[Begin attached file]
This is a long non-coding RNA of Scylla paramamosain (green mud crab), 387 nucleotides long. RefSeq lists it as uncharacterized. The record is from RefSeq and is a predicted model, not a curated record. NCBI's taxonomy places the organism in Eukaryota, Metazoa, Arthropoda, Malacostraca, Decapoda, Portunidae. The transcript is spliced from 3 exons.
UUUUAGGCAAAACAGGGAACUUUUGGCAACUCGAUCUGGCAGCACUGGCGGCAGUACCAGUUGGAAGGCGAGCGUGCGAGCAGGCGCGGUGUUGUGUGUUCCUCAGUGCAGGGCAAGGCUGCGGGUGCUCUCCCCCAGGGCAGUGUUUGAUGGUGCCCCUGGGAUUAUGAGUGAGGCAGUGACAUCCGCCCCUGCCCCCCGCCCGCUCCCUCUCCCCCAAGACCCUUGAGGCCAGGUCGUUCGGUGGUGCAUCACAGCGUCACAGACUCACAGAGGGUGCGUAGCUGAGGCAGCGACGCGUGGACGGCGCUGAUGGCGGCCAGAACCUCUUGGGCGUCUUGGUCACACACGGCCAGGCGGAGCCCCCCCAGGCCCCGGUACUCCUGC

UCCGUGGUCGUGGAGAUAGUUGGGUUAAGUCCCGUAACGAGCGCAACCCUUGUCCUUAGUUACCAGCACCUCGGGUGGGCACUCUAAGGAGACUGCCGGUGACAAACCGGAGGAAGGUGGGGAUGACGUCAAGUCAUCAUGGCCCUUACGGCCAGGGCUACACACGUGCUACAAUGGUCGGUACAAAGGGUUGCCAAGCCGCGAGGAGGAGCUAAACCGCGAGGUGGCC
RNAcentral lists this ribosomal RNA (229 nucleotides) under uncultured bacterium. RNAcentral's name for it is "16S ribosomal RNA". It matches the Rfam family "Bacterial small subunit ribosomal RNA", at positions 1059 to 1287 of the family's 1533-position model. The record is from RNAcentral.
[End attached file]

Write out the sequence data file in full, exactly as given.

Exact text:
This is a long non-coding RNA of Scylla paramamosain (green mud crab), 387 nucleotides long. RefSeq lists it as uncharacterized. The record is from RefSeq and is a predicted model, not a curated record. NCBI's taxonomy places the organism in Eukaryota, Metazoa, Arthropoda, Malacostraca, Decapoda, Portunidae. The transcript is spliced from 3 exons.
UUUUAGGCAAAACAGGGAACUUUUGGCAACUCGAUCUGGCAGCACUGGCGGCAGUACCAGUUGGAAGGCGAGCGUGCGAGCAGGCGCGGUGUUGUGUGUUCCUCAGUGCAGGGCAAGGCUGCGGGUGCUCUCCCCCAGGGCAGUGUUUGAUGGUGCCCCUGGGAUUAUGAGUGAGGCAGUGACAUCCGCCCCUGCCCCCCGCCCGCUCCCUCUCCCCCAAGACCCUUGAGGCCAGGUCGUUCGGUGGUGCAUCACAGCGUCACAGACUCACAGAGGGUGCGUAGCUGAGGCAGCGACGCGUGGACGGCGCUGAUGGCGGCCAGAACCUCUUGGGCGUCUUGGUCACACACGGCCAGGCGGAGCCCCCCCAGGCCCCGGUACUCCUGC

UCCGUGGUCGUGGAGAUAGUUGGGUUAAGUCCCGUAACGAGCGCAACCCUUGUCCUUAGUUACCAGCACCUCGGGUGGGCACUCUAAGGAGACUGCCGGUGACAAACCGGAGGAAGGUGGGGAUGACGUCAAGUCAUCAUGGCCCUUACGGCCAGGGCUACACACGUGCUACAAUGGUCGGUACAAAGGGUUGCCAAGCCGCGAGGAGGAGCUAAACCGCGAGGUGGCC
RNAcentral lists this ribosomal RNA (229 nucleotides) under uncultured bacterium. RNAcentral's name for it is "16S ribosomal RNA". It matches the Rfam family "Bacterial small subunit ribosomal RNA", at positions 1059 to 1287 of the family's 1533-position model. The record is from RNAcentral.